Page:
Too terrible to bear
There is considerable evidence concerning dissociative amnesia in Holocaust survivors. An annotated list of scholarly articles has long been part of this site. A presentation at the Ninth Miami International Torah & Science Conference by Rabbi Professor Daniel Herskowitz, Minister of Science and Technology of the State of Israel, should be added to evidence of memory repression in the Holocaust.
From the abstract:
Various studies have revealed that in the testimonies given through the decades by Holocaust survivors, the memory of children who were killed is blocked because it is too terrible to bear. Studies show that in the early years the testimony papers that survivors filled out characteristically lacked testimony about their lost children, and in later years had an abundance of testimony about these children. There are survivors who could not testify about their children who testified about their parents and their other close and distant relatives. The on-line database of names helped fill in the void, sometimes decades after the incomplete testimonies had been given. My talk will focus on the connection between the repressed memory of the children that Holocaust survivors lost and the contribution made by the on-line database of names in building a new memory of the Holocaust.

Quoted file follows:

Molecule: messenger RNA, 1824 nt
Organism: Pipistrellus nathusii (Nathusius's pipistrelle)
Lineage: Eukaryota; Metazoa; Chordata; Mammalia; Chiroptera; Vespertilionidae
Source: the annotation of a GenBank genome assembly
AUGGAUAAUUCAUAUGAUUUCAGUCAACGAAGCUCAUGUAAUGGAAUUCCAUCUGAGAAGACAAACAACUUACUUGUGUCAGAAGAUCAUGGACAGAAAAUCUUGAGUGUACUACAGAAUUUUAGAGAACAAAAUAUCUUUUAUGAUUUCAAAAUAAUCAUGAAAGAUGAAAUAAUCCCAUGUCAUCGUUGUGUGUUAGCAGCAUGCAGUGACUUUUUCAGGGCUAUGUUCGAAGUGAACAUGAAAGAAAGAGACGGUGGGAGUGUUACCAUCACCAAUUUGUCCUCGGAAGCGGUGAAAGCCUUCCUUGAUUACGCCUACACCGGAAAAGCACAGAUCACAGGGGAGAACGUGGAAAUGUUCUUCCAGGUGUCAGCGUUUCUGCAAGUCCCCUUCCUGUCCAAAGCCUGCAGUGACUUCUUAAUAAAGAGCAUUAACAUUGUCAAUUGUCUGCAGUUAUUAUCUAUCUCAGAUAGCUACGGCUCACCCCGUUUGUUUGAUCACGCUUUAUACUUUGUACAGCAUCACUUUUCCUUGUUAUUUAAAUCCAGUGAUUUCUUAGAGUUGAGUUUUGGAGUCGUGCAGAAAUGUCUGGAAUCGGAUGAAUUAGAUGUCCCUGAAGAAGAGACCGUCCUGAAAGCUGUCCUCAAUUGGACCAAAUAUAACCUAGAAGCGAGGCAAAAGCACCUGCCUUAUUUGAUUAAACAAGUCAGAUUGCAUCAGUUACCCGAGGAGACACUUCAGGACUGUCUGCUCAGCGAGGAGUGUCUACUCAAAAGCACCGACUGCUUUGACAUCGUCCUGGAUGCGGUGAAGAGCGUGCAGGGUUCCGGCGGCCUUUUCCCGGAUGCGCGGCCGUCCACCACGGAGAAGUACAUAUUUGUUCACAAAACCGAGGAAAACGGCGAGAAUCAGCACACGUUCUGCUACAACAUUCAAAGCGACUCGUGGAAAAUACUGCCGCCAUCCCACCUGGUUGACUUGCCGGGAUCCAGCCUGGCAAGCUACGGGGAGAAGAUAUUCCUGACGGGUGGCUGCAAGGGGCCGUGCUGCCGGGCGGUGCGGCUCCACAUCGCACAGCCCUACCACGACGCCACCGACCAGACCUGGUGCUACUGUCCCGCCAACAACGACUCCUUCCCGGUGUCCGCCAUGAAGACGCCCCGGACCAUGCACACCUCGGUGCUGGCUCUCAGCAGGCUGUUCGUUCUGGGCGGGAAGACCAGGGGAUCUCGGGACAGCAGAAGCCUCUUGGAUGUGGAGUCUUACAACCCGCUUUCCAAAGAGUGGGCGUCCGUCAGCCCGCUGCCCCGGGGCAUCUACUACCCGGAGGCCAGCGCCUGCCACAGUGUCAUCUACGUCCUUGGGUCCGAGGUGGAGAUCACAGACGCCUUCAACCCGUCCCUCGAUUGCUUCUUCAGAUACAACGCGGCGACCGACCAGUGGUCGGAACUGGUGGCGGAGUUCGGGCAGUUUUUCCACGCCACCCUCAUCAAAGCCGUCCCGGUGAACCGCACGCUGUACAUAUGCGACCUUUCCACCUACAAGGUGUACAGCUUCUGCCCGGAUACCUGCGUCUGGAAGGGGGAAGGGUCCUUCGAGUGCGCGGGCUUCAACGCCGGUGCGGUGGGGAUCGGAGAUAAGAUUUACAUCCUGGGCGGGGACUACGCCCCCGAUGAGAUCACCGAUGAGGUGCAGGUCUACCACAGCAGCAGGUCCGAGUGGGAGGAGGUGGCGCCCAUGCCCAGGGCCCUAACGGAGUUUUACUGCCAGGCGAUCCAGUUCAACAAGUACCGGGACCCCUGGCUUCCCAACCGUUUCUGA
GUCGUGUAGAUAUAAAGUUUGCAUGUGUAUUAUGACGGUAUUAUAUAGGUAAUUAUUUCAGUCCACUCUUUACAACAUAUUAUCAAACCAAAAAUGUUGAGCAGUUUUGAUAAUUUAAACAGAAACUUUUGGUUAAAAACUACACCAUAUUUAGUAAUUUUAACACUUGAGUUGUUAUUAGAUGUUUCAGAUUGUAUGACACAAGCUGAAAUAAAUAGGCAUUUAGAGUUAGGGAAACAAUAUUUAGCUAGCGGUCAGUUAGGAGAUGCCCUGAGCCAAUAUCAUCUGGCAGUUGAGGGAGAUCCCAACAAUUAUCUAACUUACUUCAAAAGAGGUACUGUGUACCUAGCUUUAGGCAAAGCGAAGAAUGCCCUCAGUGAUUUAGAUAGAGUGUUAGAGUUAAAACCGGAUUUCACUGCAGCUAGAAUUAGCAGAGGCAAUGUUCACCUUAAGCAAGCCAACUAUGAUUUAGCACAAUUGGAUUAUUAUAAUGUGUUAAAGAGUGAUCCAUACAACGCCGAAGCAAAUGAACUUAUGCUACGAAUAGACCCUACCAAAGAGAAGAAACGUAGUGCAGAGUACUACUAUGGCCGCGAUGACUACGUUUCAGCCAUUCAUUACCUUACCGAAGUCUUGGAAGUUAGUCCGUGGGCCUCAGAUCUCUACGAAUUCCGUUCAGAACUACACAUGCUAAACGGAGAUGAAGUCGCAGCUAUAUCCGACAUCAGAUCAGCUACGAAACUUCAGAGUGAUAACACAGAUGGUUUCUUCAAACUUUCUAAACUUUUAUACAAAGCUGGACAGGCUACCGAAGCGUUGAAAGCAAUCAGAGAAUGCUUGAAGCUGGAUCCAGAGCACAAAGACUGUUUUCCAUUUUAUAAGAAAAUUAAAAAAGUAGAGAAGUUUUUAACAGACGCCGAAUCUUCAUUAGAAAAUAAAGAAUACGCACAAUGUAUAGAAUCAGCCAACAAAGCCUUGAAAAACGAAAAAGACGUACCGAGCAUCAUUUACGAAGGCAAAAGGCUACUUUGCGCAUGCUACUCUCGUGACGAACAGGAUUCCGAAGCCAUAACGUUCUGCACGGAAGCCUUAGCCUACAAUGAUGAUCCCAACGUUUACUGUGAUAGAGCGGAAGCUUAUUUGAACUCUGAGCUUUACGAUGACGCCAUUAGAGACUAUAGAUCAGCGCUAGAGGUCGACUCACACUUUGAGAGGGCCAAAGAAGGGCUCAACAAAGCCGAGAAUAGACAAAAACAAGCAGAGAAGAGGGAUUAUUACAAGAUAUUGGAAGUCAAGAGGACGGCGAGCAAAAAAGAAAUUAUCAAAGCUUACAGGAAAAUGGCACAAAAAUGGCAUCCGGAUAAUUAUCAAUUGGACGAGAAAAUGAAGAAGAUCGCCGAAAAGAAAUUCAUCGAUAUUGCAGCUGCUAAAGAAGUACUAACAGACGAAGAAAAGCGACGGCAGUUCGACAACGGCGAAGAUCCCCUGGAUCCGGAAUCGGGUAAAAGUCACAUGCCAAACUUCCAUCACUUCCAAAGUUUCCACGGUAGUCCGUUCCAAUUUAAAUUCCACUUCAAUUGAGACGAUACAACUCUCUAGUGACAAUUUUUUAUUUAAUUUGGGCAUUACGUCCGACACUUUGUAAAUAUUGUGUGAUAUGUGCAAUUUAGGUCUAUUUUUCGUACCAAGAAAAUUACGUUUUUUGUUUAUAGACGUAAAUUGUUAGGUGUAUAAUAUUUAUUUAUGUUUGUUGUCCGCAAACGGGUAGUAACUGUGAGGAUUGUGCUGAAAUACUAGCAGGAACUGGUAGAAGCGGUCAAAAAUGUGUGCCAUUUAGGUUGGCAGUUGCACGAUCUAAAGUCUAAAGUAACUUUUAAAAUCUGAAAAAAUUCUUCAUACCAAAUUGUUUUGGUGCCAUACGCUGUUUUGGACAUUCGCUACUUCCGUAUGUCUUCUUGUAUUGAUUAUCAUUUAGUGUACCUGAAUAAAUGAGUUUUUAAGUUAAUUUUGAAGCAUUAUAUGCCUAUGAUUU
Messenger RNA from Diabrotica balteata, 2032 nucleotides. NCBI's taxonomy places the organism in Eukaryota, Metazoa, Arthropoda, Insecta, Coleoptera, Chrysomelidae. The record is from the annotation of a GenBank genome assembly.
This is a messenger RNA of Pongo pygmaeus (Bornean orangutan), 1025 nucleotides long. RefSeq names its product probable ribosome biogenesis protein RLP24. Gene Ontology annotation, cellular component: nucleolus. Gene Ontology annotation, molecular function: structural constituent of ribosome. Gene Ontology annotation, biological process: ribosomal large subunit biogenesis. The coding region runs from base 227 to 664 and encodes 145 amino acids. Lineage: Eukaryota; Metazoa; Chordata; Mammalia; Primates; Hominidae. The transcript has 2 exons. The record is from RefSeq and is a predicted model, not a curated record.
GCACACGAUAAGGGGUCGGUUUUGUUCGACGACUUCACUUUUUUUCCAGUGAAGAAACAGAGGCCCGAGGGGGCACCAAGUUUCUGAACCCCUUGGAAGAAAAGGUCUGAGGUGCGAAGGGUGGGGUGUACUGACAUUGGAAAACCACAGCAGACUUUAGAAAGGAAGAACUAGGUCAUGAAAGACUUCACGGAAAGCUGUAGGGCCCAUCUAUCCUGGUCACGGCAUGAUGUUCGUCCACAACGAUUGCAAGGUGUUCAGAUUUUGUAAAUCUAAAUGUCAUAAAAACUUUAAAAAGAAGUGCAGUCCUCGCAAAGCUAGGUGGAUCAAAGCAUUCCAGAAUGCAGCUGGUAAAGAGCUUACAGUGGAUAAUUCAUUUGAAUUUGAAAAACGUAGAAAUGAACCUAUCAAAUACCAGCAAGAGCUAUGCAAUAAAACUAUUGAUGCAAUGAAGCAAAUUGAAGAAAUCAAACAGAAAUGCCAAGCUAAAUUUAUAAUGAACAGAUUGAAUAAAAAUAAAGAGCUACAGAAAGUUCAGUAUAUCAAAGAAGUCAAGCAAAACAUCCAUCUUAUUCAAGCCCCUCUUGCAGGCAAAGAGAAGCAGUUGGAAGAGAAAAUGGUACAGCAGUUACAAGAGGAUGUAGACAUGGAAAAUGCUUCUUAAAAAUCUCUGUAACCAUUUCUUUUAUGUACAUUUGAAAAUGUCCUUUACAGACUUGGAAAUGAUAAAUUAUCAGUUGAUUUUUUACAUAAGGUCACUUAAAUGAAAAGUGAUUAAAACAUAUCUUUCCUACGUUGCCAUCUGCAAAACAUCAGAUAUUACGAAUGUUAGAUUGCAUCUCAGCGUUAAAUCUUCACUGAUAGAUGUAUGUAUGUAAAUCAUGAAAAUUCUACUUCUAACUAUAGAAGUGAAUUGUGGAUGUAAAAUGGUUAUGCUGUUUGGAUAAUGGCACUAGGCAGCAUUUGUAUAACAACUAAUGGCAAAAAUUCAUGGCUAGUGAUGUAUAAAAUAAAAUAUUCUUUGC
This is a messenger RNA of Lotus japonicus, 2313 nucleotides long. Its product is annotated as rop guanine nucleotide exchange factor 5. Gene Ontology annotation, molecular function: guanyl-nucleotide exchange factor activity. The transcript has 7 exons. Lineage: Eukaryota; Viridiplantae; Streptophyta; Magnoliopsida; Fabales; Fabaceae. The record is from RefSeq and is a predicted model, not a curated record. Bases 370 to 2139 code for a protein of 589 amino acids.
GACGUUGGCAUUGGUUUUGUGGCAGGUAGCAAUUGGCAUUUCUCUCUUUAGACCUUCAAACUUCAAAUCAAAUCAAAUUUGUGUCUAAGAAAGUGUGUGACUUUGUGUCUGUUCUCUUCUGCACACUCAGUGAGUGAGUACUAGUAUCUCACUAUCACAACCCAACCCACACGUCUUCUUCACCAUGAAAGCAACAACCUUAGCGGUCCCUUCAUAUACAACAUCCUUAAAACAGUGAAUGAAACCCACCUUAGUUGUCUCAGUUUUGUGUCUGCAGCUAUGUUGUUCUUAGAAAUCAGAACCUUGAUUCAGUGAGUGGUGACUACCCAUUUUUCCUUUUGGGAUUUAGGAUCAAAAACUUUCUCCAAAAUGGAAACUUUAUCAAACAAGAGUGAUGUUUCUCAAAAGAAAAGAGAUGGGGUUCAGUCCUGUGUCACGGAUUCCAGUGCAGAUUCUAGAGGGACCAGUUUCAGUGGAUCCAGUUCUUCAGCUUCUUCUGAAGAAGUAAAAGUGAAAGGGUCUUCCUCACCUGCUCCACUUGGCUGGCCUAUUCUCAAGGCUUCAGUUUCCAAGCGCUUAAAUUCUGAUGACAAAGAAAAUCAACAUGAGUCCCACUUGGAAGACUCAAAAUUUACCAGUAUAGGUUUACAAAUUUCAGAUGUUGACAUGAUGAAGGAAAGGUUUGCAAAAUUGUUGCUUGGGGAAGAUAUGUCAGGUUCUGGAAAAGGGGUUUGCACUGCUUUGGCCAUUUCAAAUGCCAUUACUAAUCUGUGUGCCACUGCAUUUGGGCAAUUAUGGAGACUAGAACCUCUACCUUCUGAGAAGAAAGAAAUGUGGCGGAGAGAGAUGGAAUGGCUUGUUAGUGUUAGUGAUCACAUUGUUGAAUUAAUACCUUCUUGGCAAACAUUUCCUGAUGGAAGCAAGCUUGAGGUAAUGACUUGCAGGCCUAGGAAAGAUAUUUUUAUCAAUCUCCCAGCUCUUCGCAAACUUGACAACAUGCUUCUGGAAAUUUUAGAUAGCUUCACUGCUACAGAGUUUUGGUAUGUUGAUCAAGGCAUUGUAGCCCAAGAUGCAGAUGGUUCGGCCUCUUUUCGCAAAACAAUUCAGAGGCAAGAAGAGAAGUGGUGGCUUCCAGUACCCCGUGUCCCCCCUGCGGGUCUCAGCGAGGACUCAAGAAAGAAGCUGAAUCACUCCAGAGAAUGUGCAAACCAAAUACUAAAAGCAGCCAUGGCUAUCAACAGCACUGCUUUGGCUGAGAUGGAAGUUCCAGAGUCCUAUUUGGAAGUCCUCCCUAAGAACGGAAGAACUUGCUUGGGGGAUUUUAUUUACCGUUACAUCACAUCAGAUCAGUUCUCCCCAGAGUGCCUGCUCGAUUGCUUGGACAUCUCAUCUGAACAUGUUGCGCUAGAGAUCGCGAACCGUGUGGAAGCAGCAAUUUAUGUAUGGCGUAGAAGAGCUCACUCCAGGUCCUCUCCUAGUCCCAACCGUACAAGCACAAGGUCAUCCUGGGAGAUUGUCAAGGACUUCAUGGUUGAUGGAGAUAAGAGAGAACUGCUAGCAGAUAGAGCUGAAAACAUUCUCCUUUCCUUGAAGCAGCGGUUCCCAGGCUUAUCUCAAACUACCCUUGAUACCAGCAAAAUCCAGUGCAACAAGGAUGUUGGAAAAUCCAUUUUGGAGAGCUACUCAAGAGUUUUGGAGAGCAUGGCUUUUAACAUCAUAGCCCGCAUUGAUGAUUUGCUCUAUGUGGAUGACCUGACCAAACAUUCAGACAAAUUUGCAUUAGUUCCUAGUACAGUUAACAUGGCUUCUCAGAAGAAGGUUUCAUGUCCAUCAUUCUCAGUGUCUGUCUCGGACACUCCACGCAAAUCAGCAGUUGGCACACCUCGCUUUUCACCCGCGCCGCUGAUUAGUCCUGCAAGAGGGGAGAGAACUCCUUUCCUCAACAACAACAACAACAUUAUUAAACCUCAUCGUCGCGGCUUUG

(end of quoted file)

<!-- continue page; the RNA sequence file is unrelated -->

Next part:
Harvard psychology professor Richard McNally has dismissed studies involving memory loss and Holocaust victims with the following statement, reproduced on the FMSF site: “It is hardly surprising that isolated events, similar to others, had been forgotten…” But that logic has no application to forgetting the murder of a child, a singular event unlike any other. We look forward to seeing how Prof. McNally and others explain these findings, which cannot be chalked up to “normal forgetting.”